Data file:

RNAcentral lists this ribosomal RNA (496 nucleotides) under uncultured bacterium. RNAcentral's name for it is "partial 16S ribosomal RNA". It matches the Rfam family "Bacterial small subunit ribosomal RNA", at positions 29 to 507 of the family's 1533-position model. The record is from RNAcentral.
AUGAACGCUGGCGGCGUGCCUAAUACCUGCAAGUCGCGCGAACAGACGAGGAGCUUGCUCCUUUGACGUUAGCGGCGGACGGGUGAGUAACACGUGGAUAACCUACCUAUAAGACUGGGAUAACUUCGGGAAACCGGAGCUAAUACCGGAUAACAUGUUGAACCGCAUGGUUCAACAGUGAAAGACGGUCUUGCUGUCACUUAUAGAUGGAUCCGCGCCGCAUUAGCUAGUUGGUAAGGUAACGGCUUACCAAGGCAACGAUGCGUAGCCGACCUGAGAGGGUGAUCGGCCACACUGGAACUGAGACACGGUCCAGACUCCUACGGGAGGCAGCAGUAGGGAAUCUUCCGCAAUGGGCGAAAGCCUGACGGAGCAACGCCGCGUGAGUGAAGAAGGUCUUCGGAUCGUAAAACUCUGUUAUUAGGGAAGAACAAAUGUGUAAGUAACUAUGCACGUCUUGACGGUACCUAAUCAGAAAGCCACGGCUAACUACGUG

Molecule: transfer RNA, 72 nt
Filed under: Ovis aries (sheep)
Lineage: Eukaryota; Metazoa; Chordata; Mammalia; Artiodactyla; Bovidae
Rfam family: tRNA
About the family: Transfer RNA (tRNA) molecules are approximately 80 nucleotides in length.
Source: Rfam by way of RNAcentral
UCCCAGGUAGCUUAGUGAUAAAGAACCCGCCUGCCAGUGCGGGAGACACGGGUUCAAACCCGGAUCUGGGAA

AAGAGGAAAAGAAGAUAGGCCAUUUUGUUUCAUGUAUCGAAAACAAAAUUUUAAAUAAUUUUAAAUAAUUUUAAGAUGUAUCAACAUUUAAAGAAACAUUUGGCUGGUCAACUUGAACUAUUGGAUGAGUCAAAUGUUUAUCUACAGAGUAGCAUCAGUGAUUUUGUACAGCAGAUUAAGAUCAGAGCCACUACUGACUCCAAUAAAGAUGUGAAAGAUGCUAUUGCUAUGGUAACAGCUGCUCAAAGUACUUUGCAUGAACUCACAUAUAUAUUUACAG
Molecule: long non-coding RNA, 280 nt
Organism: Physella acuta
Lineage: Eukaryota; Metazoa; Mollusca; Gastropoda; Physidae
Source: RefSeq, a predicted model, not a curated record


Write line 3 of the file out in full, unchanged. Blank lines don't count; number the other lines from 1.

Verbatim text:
Molecule: transfer RNA, 72 nt